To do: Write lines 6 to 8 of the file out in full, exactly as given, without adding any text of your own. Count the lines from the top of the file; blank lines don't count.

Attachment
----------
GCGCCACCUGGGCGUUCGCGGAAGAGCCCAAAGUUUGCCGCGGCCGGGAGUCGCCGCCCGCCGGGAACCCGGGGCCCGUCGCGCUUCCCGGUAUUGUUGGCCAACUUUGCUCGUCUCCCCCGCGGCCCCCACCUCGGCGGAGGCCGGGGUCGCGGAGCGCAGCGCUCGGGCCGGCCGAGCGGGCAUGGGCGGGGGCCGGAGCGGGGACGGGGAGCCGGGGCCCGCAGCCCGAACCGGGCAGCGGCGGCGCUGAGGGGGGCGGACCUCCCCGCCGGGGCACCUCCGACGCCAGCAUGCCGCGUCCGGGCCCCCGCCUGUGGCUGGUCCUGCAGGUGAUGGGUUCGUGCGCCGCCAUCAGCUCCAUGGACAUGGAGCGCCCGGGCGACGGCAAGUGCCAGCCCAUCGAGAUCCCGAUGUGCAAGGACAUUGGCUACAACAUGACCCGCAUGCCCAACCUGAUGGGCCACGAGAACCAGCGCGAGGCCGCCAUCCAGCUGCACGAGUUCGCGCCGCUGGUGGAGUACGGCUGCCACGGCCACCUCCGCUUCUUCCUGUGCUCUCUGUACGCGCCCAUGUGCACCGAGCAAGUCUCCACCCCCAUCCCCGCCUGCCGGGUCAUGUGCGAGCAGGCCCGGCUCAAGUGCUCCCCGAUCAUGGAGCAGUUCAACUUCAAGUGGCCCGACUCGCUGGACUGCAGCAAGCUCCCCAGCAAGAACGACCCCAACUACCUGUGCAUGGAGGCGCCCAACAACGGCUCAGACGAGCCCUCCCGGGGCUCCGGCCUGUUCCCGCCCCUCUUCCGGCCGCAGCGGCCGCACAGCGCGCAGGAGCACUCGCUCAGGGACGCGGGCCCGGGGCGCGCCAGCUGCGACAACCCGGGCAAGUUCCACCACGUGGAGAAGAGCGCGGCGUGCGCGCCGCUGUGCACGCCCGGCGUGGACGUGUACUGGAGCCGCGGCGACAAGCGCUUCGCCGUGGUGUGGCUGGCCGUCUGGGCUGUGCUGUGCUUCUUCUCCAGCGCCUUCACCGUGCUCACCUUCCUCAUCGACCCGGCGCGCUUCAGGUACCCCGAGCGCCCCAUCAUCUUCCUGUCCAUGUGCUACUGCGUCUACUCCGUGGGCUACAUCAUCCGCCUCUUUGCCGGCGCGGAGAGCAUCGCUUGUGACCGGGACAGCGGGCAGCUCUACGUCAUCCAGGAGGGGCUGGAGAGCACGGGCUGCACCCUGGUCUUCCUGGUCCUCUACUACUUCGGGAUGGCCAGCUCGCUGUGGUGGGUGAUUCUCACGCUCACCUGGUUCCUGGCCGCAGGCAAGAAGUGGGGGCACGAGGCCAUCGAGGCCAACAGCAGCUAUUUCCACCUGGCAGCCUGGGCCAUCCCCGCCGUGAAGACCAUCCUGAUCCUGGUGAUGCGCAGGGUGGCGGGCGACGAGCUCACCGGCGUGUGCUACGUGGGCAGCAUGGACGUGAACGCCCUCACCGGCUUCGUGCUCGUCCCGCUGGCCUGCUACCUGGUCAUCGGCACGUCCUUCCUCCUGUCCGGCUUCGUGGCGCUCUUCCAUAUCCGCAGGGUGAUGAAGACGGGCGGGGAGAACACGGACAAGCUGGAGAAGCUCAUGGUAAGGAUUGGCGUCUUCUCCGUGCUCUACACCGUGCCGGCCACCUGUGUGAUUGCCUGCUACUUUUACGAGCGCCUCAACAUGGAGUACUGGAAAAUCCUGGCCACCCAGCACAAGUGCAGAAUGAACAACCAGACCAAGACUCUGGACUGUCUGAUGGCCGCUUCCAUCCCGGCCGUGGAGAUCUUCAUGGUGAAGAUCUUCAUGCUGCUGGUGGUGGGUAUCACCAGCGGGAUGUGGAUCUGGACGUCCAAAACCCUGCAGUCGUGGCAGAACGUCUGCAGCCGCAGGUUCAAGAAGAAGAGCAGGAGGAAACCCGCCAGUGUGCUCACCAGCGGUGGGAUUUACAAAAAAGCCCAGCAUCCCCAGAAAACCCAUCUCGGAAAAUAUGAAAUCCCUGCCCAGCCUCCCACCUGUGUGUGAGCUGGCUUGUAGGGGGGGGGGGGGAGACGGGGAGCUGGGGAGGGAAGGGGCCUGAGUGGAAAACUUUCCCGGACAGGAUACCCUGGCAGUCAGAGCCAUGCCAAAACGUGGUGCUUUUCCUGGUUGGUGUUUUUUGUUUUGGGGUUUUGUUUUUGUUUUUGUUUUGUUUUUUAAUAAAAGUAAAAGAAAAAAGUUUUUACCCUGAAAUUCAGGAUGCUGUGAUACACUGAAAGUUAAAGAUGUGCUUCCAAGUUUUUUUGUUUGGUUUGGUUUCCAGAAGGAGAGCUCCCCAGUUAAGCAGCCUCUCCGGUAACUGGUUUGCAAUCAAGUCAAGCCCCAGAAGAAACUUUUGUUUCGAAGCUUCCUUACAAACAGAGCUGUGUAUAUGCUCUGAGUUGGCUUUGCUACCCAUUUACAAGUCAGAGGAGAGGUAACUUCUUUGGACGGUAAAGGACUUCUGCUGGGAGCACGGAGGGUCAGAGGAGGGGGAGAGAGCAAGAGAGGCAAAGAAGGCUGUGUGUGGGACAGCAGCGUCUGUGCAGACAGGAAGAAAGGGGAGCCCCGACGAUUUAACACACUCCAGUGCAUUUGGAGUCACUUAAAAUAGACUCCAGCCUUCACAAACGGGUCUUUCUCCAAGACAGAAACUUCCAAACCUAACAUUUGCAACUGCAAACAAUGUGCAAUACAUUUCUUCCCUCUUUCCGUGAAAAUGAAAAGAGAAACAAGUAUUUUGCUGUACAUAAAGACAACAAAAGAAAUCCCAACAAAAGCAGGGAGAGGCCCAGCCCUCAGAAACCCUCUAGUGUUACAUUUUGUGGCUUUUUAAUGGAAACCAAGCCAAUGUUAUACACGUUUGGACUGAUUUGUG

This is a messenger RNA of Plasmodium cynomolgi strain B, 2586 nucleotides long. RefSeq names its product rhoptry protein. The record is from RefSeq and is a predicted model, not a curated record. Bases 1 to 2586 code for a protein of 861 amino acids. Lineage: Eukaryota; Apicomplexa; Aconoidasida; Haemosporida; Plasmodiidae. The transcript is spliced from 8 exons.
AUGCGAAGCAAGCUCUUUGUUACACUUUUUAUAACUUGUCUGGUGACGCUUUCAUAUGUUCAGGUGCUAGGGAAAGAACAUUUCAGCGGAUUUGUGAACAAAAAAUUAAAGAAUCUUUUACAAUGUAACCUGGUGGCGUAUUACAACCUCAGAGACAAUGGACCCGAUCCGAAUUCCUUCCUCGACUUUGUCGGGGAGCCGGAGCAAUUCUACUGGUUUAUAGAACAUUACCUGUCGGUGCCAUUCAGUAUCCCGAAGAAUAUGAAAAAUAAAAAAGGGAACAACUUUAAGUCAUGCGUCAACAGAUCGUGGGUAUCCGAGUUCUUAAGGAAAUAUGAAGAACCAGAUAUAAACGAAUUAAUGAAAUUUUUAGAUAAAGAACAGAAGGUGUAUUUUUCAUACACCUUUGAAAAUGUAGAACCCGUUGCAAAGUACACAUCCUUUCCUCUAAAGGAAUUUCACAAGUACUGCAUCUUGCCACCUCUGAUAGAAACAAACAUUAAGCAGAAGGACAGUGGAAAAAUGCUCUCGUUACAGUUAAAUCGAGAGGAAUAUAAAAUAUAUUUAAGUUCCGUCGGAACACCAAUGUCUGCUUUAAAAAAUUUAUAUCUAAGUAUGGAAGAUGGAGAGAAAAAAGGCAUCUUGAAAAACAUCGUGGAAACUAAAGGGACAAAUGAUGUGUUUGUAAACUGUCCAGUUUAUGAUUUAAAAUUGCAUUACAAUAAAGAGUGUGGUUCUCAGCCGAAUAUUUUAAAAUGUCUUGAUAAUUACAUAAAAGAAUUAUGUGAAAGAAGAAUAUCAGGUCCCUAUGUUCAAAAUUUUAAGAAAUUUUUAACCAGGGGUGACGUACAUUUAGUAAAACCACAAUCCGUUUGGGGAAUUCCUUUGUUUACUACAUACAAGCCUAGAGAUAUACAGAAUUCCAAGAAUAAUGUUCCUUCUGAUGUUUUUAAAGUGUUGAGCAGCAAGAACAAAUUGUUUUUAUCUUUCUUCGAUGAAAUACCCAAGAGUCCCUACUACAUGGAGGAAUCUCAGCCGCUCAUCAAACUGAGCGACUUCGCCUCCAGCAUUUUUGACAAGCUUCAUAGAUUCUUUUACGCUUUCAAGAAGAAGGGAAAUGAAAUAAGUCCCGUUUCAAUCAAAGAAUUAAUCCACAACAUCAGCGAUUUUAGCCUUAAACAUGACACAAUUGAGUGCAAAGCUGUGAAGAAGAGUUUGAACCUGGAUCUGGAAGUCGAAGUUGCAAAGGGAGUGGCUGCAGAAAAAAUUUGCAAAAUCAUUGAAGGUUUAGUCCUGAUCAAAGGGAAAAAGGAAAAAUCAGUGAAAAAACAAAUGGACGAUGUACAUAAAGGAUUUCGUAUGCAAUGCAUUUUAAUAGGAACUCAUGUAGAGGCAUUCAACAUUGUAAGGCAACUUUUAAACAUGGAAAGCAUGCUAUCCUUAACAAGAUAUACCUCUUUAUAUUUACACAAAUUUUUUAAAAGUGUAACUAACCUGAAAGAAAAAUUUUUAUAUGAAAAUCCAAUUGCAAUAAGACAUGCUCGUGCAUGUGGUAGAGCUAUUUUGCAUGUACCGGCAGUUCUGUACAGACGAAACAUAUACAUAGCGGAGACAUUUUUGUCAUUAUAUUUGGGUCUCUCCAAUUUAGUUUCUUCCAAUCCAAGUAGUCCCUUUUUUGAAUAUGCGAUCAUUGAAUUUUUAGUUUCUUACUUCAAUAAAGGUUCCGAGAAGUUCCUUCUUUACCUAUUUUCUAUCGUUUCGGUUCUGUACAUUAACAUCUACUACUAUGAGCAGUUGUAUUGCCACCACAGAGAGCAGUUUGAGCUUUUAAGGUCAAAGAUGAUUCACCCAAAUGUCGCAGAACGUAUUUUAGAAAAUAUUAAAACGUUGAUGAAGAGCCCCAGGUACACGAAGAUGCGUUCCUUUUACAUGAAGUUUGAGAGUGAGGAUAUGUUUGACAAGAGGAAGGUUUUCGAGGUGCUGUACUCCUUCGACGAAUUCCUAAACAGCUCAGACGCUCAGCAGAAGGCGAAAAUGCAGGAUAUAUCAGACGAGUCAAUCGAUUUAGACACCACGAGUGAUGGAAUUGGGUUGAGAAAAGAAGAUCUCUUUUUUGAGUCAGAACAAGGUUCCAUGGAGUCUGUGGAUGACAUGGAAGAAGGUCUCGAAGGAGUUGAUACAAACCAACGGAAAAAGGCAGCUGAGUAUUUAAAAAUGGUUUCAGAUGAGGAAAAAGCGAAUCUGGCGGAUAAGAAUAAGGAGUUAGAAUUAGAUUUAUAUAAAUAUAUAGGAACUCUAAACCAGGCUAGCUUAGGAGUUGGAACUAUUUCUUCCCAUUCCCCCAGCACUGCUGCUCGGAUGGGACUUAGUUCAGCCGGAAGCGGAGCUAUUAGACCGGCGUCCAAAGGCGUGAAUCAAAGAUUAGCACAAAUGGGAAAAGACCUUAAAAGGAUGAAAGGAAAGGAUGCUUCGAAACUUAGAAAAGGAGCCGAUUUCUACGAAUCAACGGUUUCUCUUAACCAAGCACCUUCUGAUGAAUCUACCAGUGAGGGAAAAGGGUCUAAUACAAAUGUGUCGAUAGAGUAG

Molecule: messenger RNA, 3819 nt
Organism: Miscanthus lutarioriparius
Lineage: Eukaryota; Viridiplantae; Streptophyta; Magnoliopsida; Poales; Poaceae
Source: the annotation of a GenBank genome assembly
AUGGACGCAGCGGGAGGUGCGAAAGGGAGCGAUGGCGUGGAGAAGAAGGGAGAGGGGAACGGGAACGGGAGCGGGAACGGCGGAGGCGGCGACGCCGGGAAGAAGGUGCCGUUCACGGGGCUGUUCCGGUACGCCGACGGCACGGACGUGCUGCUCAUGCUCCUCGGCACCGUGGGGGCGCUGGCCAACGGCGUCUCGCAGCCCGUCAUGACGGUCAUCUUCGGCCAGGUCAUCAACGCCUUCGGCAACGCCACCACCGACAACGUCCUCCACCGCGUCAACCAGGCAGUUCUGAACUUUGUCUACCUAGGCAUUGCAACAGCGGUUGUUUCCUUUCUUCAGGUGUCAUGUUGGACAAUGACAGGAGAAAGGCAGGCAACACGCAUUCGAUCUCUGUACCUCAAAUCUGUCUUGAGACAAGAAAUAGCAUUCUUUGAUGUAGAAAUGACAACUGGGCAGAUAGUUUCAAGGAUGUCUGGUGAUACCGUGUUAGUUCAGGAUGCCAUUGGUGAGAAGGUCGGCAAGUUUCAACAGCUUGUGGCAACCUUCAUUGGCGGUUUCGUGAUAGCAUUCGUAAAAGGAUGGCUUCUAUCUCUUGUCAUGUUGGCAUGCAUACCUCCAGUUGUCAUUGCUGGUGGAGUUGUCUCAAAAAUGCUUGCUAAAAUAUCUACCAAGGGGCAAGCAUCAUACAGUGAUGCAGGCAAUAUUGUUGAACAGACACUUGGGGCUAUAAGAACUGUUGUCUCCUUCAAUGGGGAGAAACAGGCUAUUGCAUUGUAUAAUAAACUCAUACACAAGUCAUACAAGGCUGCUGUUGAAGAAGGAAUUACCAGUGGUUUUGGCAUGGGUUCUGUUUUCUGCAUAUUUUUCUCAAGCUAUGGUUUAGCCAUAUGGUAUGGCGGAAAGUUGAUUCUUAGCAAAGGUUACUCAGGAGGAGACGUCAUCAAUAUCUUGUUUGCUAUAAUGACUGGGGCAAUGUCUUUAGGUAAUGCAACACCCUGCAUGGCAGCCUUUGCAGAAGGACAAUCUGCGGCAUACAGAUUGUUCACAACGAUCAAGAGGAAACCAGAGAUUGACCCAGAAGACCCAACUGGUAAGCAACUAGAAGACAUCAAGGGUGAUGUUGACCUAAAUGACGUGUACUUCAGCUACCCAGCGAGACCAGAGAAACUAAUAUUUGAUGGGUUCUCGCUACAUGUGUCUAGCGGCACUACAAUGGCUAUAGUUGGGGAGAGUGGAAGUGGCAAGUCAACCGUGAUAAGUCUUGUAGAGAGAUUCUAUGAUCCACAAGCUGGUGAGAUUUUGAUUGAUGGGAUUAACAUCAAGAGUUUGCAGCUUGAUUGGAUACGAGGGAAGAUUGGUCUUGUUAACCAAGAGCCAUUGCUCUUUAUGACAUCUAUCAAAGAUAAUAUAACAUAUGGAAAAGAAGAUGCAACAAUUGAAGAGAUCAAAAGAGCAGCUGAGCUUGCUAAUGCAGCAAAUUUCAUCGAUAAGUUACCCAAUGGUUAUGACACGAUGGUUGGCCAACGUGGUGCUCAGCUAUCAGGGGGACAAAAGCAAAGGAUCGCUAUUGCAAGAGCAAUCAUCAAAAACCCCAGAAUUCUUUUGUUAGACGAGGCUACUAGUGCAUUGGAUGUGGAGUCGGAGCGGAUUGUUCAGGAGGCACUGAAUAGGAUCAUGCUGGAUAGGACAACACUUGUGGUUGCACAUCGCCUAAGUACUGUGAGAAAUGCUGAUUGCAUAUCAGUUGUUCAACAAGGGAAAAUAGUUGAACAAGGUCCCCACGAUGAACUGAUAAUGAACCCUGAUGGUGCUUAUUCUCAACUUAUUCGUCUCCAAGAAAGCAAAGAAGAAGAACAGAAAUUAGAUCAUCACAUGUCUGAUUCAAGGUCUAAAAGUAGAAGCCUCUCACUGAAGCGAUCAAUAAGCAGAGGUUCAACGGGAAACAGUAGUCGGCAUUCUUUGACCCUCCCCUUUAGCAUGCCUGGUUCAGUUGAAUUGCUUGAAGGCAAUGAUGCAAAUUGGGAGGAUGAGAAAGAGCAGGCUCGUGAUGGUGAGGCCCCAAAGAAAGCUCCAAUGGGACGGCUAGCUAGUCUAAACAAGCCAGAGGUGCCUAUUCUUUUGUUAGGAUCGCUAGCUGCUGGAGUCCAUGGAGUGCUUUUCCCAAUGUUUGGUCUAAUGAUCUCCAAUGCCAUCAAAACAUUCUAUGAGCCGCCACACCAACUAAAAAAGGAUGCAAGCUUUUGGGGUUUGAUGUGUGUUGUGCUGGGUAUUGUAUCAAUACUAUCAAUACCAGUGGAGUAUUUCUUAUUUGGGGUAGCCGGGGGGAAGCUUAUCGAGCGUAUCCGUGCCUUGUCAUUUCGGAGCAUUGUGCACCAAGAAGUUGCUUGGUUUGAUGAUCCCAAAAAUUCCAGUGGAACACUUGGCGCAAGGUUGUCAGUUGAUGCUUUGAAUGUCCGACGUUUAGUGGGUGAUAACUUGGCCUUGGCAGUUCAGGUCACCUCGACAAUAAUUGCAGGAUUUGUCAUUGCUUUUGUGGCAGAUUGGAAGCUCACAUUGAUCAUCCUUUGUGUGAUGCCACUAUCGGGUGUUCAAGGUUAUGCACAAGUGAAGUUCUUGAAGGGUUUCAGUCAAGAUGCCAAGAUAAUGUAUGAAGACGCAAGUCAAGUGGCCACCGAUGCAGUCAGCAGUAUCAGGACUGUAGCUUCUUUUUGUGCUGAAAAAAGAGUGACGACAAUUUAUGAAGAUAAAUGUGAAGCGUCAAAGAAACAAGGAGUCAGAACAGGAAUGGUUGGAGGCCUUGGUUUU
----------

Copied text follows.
Lineage: Eukaryota; Viridiplantae; Streptophyta; Magnoliopsida; Poales; Poaceae
Source: the annotation of a GenBank genome assembly
AUGGACGCAGCGGGAGGUGCGAAAGGGAGCGAUGGCGUGGAGAAGAAGGGAGAGGGGAACGGGAACGGGAGCGGGAACGGCGGAGGCGGCGACGCCGGGAAGAAGGUGCCGUUCACGGGGCUGUUCCGGUACGCCGACGGCACGGACGUGCUGCUCAUGCUCCUCGGCACCGUGGGGGCGCUGGCCAACGGCGUCUCGCAGCCCGUCAUGACGGUCAUCUUCGGCCAGGUCAUCAACGCCUUCGGCAACGCCACCACCGACAACGUCCUCCACCGCGUCAACCAGGCAGUUCUGAACUUUGUCUACCUAGGCAUUGCAACAGCGGUUGUUUCCUUUCUUCAGGUGUCAUGUUGGACAAUGACAGGAGAAAGGCAGGCAACACGCAUUCGAUCUCUGUACCUCAAAUCUGUCUUGAGACAAGAAAUAGCAUUCUUUGAUGUAGAAAUGACAACUGGGCAGAUAGUUUCAAGGAUGUCUGGUGAUACCGUGUUAGUUCAGGAUGCCAUUGGUGAGAAGGUCGGCAAGUUUCAACAGCUUGUGGCAACCUUCAUUGGCGGUUUCGUGAUAGCAUUCGUAAAAGGAUGGCUUCUAUCUCUUGUCAUGUUGGCAUGCAUACCUCCAGUUGUCAUUGCUGGUGGAGUUGUCUCAAAAAUGCUUGCUAAAAUAUCUACCAAGGGGCAAGCAUCAUACAGUGAUGCAGGCAAUAUUGUUGAACAGACACUUGGGGCUAUAAGAACUGUUGUCUCCUUCAAUGGGGAGAAACAGGCUAUUGCAUUGUAUAAUAAACUCAUACACAAGUCAUACAAGGCUGCUGUUGAAGAAGGAAUUACCAGUGGUUUUGGCAUGGGUUCUGUUUUCUGCAUAUUUUUCUCAAGCUAUGGUUUAGCCAUAUGGUAUGGCGGAAAGUUGAUUCUUAGCAAAGGUUACUCAGGAGGAGACGUCAUCAAUAUCUUGUUUGCUAUAAUGACUGGGGCAAUGUCUUUAGGUAAUGCAACACCCUGCAUGGCAGCCUUUGCAGAAGGACAAUCUGCGGCAUACAGAUUGUUCACAACGAUCAAGAGGAAACCAGAGAUUGACCCAGAAGACCCAACUGGUAAGCAACUAGAAGACAUCAAGGGUGAUGUUGACCUAAAUGACGUGUACUUCAGCUACCCAGCGAGACCAGAGAAACUAAUAUUUGAUGGGUUCUCGCUACAUGUGUCUAGCGGCACUACAAUGGCUAUAGUUGGGGAGAGUGGAAGUGGCAAGUCAACCGUGAUAAGUCUUGUAGAGAGAUUCUAUGAUCCACAAGCUGGUGAGAUUUUGAUUGAUGGGAUUAACAUCAAGAGUUUGCAGCUUGAUUGGAUACGAGGGAAGAUUGGUCUUGUUAACCAAGAGCCAUUGCUCUUUAUGACAUCUAUCAAAGAUAAUAUAACAUAUGGAAAAGAAGAUGCAACAAUUGAAGAGAUCAAAAGAGCAGCUGAGCUUGCUAAUGCAGCAAAUUUCAUCGAUAAGUUACCCAAUGGUUAUGACACGAUGGUUGGCCAACGUGGUGCUCAGCUAUCAGGGGGACAAAAGCAAAGGAUCGCUAUUGCAAGAGCAAUCAUCAAAAACCCCAGAAUUCUUUUGUUAGACGAGGCUACUAGUGCAUUGGAUGUGGAGUCGGAGCGGAUUGUUCAGGAGGCACUGAAUAGGAUCAUGCUGGAUAGGACAACACUUGUGGUUGCACAUCGCCUAAGUACUGUGAGAAAUGCUGAUUGCAUAUCAGUUGUUCAACAAGGGAAAAUAGUUGAACAAGGUCCCCACGAUGAACUGAUAAUGAACCCUGAUGGUGCUUAUUCUCAACUUAUUCGUCUCCAAGAAAGCAAAGAAGAAGAACAGAAAUUAGAUCAUCACAUGUCUGAUUCAAGGUCUAAAAGUAGAAGCCUCUCACUGAAGCGAUCAAUAAGCAGAGGUUCAACGGGAAACAGUAGUCGGCAUUCUUUGACCCUCCCCUUUAGCAUGCCUGGUUCAGUUGAAUUGCUUGAAGGCAAUGAUGCAAAUUGGGAGGAUGAGAAAGAGCAGGCUCGUGAUGGUGAGGCCCCAAAGAAAGCUCCAAUGGGACGGCUAGCUAGUCUAAACAAGCCAGAGGUGCCUAUUCUUUUGUUAGGAUCGCUAGCUGCUGGAGUCCAUGGAGUGCUUUUCCCAAUGUUUGGUCUAAUGAUCUCCAAUGCCAUCAAAACAUUCUAUGAGCCGCCACACCAACUAAAAAAGGAUGCAAGCUUUUGGGGUUUGAUGUGUGUUGUGCUGGGUAUUGUAUCAAUACUAUCAAUACCAGUGGAGUAUUUCUUAUUUGGGGUAGCCGGGGGGAAGCUUAUCGAGCGUAUCCGUGCCUUGUCAUUUCGGAGCAUUGUGCACCAAGAAGUUGCUUGGUUUGAUGAUCCCAAAAAUUCCAGUGGAACACUUGGCGCAAGGUUGUCAGUUGAUGCUUUGAAUGUCCGACGUUUAGUGGGUGAUAACUUGGCCUUGGCAGUUCAGGUCACCUCGACAAUAAUUGCAGGAUUUGUCAUUGCUUUUGUGGCAGAUUGGAAGCUCACAUUGAUCAUCCUUUGUGUGAUGCCACUAUCGGGUGUUCAAGGUUAUGCACAAGUGAAGUUCUUGAAGGGUUUCAGUCAAGAUGCCAAGAUAAUGUAUGAAGACGCAAGUCAAGUGGCCACCGAUGCAGUCAGCAGUAUCAGGACUGUAGCUUCUUUUUGUGCUGAAAAAAGAGUGACGACAAUUUAUGAAGAUAAAUGUGAAGCGUCAAAGAAACAAGGAGUCAGAACAGGAAUGGUUGGAGGCCUUGGUUUU